In this work, two hypotheses have been tested: 1) that lichen transplants “travelling” in smokers' cars accumulate relevant amounts of nicotine and heavy metals from cigarette smoke, and 2) that such exposure affects their vitality. Lichen samples (Evernia prunastri) were exposed for two months inside the cabin of 10 volunteer's cars, equally distributed between smokers and non-smokers. Travelling in a smoker's car for two months increased the content of nicotine and heavy metals (Al, As, Cd, Cr, Cu, Ni, Pb and Sb) in the lichen. Exposed to Control (EC) ratios revealed an indoor uptake also for Cu and Sb in non-smoker's cars, caused by traffic pollution. A smoke factor, calculated as the ratio between values of smokers’ and non-smokers’ cars, indicated a 85.6-fold contribution for nicotine and contributions in the range 1.2 (Pb) to 2 (Ni) for heavy metals; in addition, after travelling in smokers' cars, lichens showed a remarkable (60%) reduction of their vitality, as indicated by the potential quantum yield of primary photochemistry. The study demonstrated that the effects of indoor pollution by cigarette smoke can be detected using lichen transplants.

Lichens “travelling” in smokers' cars are suitable biomonitors of indoor air quality / Paoli, Luca; Maccelli, Caterina; Guarnieri, Massimo; Vannini, Andrea; Loppi, Stefano. - In: ECOLOGICAL INDICATORS. - ISSN 1470-160X. - 103(2019), pp. 576-580. [10.1016/j.ecolind.2019.04.058]

Lichens “travelling” in smokers' cars are suitable biomonitors of indoor air quality

Vannini, Andrea;
2019

Abstract

In this work, two hypotheses have been tested: 1) that lichen transplants “travelling” in smokers' cars accumulate relevant amounts of nicotine and heavy metals from cigarette smoke, and 2) that such exposure affects their vitality. Lichen samples (Evernia prunastri) were exposed for two months inside the cabin of 10 volunteer's cars, equally distributed between smokers and non-smokers. Travelling in a smoker's car for two months increased the content of nicotine and heavy metals (Al, As, Cd, Cr, Cu, Ni, Pb and Sb) in the lichen. Exposed to Control (EC) ratios revealed an indoor uptake also for Cu and Sb in non-smoker's cars, caused by traffic pollution. A smoke factor, calculated as the ratio between values of smokers’ and non-smokers’ cars, indicated a 85.6-fold contribution for nicotine and contributions in the range 1.2 (Pb) to 2 (Ni) for heavy metals; in addition, after travelling in smokers' cars, lichens showed a remarkable (60%) reduction of their vitality, as indicated by the potential quantum yield of primary photochemistry. The study demonstrated that the effects of indoor pollution by cigarette smoke can be detected using lichen transplants.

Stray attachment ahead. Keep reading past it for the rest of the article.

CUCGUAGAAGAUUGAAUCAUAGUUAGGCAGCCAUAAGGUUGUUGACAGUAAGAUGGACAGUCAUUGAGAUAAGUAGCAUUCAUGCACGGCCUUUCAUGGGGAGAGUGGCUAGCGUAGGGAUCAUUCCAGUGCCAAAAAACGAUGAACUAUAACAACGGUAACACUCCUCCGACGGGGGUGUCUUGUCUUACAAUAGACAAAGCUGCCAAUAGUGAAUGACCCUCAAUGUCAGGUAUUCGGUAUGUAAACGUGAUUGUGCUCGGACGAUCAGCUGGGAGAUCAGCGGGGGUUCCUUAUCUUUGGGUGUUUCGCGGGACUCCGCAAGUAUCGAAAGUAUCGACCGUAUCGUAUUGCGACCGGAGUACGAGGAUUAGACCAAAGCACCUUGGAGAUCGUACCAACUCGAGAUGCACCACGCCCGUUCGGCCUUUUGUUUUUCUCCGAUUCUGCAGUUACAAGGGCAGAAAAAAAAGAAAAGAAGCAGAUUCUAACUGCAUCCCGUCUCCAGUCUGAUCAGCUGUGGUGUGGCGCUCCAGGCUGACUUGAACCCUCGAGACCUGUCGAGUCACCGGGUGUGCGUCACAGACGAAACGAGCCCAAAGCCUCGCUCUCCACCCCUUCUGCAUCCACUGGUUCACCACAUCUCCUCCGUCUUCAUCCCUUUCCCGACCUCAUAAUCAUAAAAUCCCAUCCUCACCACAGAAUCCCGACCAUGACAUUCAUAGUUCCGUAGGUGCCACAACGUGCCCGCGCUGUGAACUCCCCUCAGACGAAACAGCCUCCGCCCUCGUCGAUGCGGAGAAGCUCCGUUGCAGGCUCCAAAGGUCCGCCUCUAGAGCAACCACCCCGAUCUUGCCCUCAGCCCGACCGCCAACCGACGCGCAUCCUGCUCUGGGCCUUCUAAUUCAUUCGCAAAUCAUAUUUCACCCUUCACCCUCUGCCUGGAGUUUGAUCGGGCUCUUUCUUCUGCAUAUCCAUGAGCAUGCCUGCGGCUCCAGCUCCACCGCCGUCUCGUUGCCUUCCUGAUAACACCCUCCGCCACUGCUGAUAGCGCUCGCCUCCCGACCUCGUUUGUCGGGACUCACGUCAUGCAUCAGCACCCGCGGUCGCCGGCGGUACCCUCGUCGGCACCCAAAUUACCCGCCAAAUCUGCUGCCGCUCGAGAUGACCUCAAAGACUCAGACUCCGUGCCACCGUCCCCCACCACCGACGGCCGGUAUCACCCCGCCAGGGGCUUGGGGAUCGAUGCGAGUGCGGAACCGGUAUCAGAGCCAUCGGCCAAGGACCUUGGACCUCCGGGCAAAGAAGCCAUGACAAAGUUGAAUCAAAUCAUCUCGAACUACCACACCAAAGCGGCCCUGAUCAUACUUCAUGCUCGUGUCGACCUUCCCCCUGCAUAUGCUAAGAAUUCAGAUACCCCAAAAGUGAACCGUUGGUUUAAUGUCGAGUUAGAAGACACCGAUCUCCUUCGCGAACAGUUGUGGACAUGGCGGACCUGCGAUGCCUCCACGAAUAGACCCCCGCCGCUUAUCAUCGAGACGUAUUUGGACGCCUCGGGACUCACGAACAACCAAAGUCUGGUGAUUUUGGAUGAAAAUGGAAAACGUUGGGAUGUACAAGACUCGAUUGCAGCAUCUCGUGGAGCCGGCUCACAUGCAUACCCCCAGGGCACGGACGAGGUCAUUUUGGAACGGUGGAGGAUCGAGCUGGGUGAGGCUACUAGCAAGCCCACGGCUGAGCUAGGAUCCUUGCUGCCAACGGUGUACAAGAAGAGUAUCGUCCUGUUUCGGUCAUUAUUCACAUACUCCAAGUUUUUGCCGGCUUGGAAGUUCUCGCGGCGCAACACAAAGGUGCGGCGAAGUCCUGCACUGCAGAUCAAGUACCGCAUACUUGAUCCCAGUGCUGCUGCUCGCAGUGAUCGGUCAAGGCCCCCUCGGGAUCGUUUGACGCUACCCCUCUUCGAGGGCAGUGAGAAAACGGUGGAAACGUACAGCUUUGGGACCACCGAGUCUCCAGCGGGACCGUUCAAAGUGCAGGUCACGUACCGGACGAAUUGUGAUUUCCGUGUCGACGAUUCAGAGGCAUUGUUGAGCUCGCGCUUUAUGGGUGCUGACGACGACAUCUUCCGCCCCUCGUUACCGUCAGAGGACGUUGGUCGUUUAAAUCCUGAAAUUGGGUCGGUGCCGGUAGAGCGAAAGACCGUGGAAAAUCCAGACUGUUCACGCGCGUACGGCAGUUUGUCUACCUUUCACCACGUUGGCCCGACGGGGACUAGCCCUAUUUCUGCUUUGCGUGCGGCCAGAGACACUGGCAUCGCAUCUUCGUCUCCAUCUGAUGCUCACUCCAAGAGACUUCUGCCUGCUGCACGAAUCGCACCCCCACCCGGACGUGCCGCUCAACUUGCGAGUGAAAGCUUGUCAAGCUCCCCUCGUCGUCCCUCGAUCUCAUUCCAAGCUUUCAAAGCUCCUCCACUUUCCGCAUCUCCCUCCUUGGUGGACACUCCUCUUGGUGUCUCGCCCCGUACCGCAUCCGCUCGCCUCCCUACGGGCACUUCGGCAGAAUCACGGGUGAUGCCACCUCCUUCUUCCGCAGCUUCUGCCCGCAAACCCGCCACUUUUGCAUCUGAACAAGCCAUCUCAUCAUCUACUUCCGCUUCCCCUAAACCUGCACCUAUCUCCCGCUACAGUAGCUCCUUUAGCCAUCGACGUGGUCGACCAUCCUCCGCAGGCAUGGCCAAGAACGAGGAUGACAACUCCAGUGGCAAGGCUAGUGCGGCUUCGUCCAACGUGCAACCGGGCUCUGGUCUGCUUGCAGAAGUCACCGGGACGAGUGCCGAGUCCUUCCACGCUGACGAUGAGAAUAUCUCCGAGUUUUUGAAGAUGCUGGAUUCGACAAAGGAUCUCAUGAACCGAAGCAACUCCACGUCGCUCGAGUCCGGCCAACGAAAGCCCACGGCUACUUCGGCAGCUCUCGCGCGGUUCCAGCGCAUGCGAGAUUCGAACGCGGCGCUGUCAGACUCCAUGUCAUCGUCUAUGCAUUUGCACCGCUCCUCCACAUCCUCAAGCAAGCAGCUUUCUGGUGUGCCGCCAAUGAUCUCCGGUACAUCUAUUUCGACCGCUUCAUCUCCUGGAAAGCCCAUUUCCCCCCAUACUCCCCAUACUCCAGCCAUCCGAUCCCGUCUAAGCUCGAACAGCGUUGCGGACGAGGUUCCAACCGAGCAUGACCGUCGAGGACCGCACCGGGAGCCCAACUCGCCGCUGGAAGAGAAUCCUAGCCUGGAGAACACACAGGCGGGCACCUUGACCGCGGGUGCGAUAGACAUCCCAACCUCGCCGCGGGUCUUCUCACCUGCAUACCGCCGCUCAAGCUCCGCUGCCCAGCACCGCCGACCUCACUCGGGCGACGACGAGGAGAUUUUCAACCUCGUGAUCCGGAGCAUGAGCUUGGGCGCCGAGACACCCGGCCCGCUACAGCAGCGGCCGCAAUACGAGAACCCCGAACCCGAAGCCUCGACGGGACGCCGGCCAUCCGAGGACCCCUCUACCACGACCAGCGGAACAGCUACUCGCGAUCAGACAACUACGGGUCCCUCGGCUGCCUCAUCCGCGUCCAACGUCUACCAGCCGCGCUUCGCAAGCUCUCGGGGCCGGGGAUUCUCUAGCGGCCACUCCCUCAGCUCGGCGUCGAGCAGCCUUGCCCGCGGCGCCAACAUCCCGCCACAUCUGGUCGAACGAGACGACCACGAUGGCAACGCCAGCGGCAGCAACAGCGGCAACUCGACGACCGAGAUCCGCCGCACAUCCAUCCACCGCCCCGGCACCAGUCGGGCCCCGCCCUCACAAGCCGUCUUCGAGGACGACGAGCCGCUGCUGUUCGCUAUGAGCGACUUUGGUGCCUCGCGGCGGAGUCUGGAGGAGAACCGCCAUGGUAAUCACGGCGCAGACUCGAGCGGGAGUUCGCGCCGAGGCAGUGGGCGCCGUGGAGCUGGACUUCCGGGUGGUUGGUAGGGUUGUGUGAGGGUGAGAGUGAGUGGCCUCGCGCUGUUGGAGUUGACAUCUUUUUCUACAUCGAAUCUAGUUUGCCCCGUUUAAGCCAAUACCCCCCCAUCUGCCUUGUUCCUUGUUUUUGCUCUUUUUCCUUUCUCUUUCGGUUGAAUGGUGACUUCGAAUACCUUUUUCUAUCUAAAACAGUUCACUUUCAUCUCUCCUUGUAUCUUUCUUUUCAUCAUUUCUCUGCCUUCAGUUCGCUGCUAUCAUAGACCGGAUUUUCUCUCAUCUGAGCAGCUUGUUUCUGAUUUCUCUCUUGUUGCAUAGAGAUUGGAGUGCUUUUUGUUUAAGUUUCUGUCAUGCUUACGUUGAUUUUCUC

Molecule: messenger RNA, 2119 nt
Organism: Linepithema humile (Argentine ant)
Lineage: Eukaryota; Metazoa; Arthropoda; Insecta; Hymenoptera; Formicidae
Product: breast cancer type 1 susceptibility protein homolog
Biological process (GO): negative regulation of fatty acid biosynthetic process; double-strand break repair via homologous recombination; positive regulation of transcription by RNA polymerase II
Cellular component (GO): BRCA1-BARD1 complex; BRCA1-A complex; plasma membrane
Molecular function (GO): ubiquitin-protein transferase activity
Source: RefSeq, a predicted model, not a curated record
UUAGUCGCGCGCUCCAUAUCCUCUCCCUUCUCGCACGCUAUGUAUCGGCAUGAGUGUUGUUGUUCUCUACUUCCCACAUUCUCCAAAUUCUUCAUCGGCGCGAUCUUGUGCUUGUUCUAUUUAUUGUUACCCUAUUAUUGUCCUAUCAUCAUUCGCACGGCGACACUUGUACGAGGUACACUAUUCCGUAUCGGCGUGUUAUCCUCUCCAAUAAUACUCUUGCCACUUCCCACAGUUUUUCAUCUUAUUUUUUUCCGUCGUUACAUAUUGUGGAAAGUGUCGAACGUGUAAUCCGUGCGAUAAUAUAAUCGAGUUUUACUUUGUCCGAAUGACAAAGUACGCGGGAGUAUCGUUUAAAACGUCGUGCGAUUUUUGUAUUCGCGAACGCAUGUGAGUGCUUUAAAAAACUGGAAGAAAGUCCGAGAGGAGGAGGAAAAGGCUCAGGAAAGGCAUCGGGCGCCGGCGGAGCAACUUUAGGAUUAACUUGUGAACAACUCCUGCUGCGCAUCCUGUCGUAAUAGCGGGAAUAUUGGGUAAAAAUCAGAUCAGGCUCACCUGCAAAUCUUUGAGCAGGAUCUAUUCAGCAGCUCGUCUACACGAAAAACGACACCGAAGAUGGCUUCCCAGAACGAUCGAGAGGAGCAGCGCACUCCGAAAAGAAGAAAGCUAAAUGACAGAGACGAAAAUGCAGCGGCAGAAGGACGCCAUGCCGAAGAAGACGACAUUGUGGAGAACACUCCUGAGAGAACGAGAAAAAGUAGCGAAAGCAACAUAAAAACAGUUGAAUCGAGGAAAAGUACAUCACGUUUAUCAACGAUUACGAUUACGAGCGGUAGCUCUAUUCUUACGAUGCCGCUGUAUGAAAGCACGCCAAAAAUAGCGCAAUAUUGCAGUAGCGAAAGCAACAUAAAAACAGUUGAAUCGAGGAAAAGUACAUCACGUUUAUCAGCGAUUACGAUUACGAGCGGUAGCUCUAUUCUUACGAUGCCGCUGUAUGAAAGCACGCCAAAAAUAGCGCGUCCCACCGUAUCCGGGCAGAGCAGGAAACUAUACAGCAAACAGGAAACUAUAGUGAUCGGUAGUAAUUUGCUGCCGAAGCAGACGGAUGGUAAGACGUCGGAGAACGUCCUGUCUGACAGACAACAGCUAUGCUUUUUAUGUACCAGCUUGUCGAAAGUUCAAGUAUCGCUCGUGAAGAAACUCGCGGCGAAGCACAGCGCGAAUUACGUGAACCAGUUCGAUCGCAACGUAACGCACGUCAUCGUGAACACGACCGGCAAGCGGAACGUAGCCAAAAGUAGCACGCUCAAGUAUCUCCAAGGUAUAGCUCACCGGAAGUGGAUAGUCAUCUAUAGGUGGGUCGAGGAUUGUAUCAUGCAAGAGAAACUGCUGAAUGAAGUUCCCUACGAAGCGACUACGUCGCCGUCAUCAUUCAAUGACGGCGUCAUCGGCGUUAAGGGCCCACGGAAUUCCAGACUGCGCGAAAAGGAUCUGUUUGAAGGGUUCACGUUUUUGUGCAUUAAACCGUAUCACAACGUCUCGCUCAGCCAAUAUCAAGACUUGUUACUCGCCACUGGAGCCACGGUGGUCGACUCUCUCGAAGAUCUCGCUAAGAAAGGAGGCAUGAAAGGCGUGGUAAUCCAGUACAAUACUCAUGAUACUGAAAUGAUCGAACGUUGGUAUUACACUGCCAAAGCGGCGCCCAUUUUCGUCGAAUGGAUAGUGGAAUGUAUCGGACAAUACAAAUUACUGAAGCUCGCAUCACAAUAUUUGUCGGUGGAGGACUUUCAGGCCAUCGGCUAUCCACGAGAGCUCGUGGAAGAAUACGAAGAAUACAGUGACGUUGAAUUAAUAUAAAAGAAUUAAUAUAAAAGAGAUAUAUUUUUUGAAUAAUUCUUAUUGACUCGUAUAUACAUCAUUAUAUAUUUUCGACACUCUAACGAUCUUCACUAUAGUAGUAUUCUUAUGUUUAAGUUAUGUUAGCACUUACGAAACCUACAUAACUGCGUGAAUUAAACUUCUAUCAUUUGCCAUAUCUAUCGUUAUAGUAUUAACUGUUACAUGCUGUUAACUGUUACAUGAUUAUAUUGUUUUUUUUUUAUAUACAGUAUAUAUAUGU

Lichens “travelling” in smokers' cars are suitable biomonitors of indoor air quality / Paoli, Luca; Maccelli, Caterina; Guarnieri, Massimo; Vannini, Andrea; Loppi, Stefano. - In: ECOLOGICAL INDICATORS. - ISSN 1470-160X. - 103(2019), pp. 576-580. [10.1016/j.ecolind.2019.04.058]
File in questo prodotto:
Non ci sono file associati a questo prodotto.

I documenti in IRIS sono protetti da copyright e tutti i diritti sono riservati, salvo diversa indicazione.

Utilizza questo identificativo per citare o creare un link a questo documento: http://hdl.handle.net/11381/2911170
Citazioni
  • ???jsp.display-item.citation.pmc??? ND
  • Scopus 11
  • ???jsp.display-item.citation.isi??? 11
social impact